A sentence like "Elles écrivent de longues lettres" may confuse you. Why is there not "des longues lettres"? Had not we said, like, "Il vend des legumes"? What is the difference?

In fact, one usually says "de" when the corresponding noun is preceded with an adjective.

So it is: Elles écrivent de longues lettres.

Mais: Elles écrivent des lettres.

July 23, 2012


There has been a discussion on that. Quite extensive.

July 23, 2012

You made a little mistake when quoting "de longues lettres" again. You didn't leave out the S there. ;)

There is one important thing to know: if noun+adjective forms a new "word" you still use "des". You have to say "ce sont des grandes personnes" because "grande personne" doesn't mean "tall person" but "adult". There are some other expressions/words listed in the dictionary.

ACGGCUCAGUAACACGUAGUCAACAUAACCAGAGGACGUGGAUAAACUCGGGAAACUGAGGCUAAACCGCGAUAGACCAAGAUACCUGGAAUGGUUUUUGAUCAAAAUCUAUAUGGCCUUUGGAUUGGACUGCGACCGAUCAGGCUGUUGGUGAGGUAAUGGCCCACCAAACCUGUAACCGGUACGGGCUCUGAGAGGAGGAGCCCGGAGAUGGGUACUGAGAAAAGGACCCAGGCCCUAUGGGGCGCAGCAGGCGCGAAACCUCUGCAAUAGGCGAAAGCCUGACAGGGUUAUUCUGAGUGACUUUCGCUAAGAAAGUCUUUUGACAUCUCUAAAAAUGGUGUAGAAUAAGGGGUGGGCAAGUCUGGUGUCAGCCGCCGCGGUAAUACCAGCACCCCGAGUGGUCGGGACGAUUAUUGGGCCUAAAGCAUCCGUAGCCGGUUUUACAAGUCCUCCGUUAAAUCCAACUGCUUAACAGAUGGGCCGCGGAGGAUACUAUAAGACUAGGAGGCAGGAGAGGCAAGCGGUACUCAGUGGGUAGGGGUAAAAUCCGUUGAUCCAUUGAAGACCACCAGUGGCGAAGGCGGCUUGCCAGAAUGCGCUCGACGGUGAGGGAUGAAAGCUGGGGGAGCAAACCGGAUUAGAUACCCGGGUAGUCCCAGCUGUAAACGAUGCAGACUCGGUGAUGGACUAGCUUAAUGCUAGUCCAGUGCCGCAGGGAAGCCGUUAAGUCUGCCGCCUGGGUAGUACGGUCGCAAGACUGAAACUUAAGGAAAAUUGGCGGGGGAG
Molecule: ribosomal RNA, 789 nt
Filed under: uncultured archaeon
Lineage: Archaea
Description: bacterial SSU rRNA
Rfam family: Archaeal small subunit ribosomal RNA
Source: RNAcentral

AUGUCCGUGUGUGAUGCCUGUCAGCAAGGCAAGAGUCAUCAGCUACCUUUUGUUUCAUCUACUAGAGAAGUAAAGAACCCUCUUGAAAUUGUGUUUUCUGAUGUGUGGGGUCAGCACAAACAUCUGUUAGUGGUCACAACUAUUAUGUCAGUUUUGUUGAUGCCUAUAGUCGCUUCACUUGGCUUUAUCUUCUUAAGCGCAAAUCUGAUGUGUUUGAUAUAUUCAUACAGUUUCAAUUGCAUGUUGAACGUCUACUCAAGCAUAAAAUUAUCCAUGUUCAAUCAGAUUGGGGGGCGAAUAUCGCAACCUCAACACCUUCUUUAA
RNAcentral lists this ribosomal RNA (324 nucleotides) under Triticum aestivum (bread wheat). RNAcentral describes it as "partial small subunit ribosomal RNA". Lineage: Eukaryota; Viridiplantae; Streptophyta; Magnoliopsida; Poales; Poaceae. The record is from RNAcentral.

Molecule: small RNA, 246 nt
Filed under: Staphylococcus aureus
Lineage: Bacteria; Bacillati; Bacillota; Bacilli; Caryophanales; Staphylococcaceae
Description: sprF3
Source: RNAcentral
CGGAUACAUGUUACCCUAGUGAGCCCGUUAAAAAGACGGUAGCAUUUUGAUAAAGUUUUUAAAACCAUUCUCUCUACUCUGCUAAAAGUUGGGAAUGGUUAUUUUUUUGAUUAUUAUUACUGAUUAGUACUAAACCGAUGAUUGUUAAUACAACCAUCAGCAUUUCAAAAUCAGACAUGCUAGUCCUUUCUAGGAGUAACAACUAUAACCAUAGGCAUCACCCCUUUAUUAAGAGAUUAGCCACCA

July 23, 2012

@Jola123: It is not a mistake, it is a question, why is there NOT "des" :)

Merci pour le complément !

July 23, 2012

Siebolt's post has it, but for the lazy, here's the relevant observation that seems to answer the question: "I was always taught in school that when the indefinite article "des" is followed by an adjective, it is replaced by "de". So "des petits chiens" is incorrect as far as I know. It should be "de petits chiens". "Des grands chats" is incorrect. It should be "de grands chats". In contrast, when the adjective comes after the noun, "des" is not replaced. "Des photos magnifiques" is the correct translation for "magnificent photos"." - AnnaMayaHouse

September 9, 2012

I noticed that a pop-up hint has now been added to explain this.

November 15, 2013
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